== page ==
Circles The circles are of two sizes – small and large. Small circle represents 's' (sing) and 'z' (gaze). Big circle represents 'ses' and 'swa'. If the big circle comes initially in the stroke it represents 'swa' (sweep, but not sway). Elsewhere it represents 'ses' the vowel in the middle can be any of the vowel or diphthong (crisis, crises and exercise). If the vowel is anything other than 'e' then it must be represented inside the circle.
Loops The loops are of two sizes – small and big. The small loop represents 'st' and 'sd' (cost and based) – pronounced stee loop. The big loop represents 'ster' (master and masterpiece). 'ster' loop does not come in the beginning of a word (sterling).
Small hooks At the start. For straight strokes pee, bee, tee, dee, chay, jay, kay and gay the hook comes in both the sides of the stroke. Hook in clockwise direction represents 'r' after the stroke (tray, Nichrome, bigger). Hook in counter-clockwise direction represents 'l' after the stroke (ply, amplify, angle). For curved strokes eff, vee, ith, thee, ish, zhee, em, en, ing the hook is written in before the stroke is written and it represents 'r' after the stroke (other, measure, manner, every). At the end. For straight strokes pee, bee, tee, dee, chay, jay, kay and gay the hook comes in both the sides of the stroke. Hook in clockwise direction represents 'en' after the stroke (train, chin, genuine). Hook in counter-clockwise direction represents 'eff' or 'vee' after the stroke (pave, calf, toughen). For curved strokes eff, vee, ith, thee, ish, zhee, em, en, ing the hook is written in after the stroke is written and it represents 'n' after the stroke (men, thin).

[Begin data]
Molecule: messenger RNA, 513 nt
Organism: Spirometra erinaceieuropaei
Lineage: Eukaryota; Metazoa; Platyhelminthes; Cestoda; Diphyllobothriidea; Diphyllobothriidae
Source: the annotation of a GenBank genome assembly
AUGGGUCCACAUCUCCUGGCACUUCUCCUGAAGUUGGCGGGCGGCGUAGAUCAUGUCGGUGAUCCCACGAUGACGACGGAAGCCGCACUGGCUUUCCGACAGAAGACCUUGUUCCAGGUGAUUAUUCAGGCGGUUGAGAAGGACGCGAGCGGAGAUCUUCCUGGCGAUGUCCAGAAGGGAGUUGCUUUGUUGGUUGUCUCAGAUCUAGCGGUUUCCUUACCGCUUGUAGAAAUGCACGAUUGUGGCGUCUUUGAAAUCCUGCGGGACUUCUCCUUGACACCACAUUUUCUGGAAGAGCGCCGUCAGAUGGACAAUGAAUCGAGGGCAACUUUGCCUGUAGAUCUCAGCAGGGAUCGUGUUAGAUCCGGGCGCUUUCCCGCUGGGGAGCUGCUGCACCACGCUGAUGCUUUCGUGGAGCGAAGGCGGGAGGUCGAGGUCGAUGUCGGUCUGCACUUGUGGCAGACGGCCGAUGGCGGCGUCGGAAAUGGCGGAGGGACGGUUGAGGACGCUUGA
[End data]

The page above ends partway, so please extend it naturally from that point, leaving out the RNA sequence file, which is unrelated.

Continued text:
The shun hook is written on the right hand side of a simple t, d or j.
The big hook after any stroke represents 'shun', 'zhun' etc. (fusion, vision).
For straight strokes with initial circle or loop or hook, the shun hook is written in opposite direction (section). Depression and depletion have shun hooks in different directions. For simple straight strokes, the shun hook is written in the direction opposite to the occurrence of the vowel. Caution and auction have shun hooks in different directions. For curved strokes, the shun hook is written after the stroke, continuing the curve (motion, notion).
To represent the sound s-shun as in sessation, decision, musician etc. you write a small circle and continue round to form a small hook.
Other hooks Big hook for 'wh'. The big hook in the beginning of the stroke way represents 'wh' (whine). Hook before ell. The small hook before ell represents 'way' before it (well). The big hook before ell represents 'wh' before it (while).---